As a member, his passion for helping others was unquestionable. Above and beyond his regular patrols, he was always one to raise his hand for those extra duties. With his ever-present smile he arrived ready to roll up his sleeves and get the job done. On board was no different. A systematic and logical approach to any situation, he strived to be a leveling presence whether on regular patrol or in a more difficult tasking situation.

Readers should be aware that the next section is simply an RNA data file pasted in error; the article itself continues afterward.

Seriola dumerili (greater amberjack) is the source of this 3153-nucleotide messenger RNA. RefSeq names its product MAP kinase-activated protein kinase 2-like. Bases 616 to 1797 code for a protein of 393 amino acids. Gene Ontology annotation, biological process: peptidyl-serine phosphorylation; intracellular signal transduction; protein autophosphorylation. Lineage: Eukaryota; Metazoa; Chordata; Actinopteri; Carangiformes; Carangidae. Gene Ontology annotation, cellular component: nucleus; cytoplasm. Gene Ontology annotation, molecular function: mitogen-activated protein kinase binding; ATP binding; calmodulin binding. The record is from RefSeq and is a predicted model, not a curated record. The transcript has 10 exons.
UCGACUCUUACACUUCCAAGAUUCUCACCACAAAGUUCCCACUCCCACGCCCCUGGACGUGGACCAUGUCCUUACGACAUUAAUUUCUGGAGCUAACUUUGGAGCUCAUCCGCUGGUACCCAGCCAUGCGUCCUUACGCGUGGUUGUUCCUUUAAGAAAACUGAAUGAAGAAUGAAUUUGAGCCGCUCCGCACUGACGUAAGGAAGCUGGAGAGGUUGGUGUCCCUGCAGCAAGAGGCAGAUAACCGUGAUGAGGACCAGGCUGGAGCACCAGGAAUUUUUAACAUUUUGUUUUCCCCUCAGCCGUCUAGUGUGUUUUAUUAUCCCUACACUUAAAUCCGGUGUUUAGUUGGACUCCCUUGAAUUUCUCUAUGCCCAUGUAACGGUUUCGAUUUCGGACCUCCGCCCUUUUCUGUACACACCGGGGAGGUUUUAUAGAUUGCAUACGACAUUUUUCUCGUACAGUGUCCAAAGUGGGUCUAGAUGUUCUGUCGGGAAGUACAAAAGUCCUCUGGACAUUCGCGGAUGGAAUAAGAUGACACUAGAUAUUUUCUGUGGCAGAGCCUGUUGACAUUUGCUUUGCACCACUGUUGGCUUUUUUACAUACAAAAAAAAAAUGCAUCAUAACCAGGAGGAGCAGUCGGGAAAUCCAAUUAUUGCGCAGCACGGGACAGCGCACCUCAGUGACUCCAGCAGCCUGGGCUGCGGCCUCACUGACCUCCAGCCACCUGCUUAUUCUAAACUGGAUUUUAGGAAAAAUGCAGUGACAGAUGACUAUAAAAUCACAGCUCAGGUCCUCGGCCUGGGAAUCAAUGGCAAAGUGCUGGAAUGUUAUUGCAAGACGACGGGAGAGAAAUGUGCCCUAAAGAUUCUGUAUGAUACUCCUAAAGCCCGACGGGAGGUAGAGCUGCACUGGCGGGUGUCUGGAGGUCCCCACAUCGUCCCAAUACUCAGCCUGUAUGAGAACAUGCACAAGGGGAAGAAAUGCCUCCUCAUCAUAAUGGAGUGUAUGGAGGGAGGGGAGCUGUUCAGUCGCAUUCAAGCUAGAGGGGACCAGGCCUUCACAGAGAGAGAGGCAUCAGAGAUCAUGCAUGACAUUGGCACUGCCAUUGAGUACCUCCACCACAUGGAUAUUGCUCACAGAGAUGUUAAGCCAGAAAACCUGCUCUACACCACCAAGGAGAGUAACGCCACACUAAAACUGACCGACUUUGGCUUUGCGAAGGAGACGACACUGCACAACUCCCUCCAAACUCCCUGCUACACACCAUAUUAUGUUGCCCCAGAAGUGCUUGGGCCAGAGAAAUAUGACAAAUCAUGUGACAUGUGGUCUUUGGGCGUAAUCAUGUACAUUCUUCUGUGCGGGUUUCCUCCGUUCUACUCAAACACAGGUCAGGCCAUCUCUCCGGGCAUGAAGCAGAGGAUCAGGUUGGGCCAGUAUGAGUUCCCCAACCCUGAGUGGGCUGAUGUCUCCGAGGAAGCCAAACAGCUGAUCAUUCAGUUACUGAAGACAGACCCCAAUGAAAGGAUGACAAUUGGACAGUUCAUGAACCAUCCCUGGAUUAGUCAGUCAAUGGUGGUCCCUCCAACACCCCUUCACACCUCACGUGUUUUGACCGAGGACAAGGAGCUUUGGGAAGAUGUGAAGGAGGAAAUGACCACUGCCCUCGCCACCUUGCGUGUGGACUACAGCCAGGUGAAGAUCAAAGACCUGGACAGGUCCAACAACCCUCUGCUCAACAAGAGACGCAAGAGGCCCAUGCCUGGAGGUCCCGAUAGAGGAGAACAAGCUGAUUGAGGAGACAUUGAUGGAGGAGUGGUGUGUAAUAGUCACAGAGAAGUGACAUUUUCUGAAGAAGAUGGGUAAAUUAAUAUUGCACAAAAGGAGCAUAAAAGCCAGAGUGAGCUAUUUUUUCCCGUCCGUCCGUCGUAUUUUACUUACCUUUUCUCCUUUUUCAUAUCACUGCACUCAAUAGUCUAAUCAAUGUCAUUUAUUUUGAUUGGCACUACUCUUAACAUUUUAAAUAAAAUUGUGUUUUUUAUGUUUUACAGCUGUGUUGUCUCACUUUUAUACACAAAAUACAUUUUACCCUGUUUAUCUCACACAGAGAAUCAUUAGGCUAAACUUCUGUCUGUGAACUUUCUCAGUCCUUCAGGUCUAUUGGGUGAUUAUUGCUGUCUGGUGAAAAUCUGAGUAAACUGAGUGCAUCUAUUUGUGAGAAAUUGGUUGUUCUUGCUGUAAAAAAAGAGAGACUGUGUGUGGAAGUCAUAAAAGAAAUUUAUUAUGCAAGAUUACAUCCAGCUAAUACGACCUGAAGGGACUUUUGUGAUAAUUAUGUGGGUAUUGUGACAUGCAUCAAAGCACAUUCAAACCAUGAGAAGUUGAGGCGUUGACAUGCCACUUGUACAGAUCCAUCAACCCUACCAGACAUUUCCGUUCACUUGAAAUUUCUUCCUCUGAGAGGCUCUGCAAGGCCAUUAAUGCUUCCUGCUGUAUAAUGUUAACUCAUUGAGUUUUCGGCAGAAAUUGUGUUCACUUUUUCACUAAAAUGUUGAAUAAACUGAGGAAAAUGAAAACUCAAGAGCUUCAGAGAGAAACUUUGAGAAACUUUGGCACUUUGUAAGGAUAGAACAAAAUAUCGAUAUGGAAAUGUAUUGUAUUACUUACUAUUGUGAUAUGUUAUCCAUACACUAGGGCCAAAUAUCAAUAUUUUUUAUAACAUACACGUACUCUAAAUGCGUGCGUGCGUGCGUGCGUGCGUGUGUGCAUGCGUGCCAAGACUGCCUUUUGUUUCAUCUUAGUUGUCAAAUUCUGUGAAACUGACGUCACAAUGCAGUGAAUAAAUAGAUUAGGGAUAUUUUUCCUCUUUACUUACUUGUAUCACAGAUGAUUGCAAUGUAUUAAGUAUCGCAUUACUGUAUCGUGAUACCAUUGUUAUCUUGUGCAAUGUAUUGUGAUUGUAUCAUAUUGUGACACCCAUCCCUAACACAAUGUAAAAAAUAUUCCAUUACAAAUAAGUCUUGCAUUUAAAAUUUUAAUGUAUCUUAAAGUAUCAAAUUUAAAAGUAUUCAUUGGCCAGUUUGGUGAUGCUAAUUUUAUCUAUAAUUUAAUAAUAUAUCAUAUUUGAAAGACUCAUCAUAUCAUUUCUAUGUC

As a coxswain, he was more than just the “man in charge”, the captain. He was an educator, an advisor, a counselor and yes, of course, a leader. As a member of his crew, you felt welcome with that very first step on the deck, regardless of your experience. He brought a level of calmness and support to each member in every situation. It was this overarching quiet leadership that helped forge those invisible bonds of friendship, vital on a dark choppy cold night in late September as you look for that “needle in a haystack”. On your first patrol he wrapped his proverbial arm around you in an encouraging and warm embrace, willing you to push yourself beyond those self-imposed mental barriers we all put out. And for the veterans, well in many ways that was his speciality. His trust and confidence in them was clear to all as he instinctively knew and then demonstrated how to work with each one in a way that suited their own strengths and weaknesses.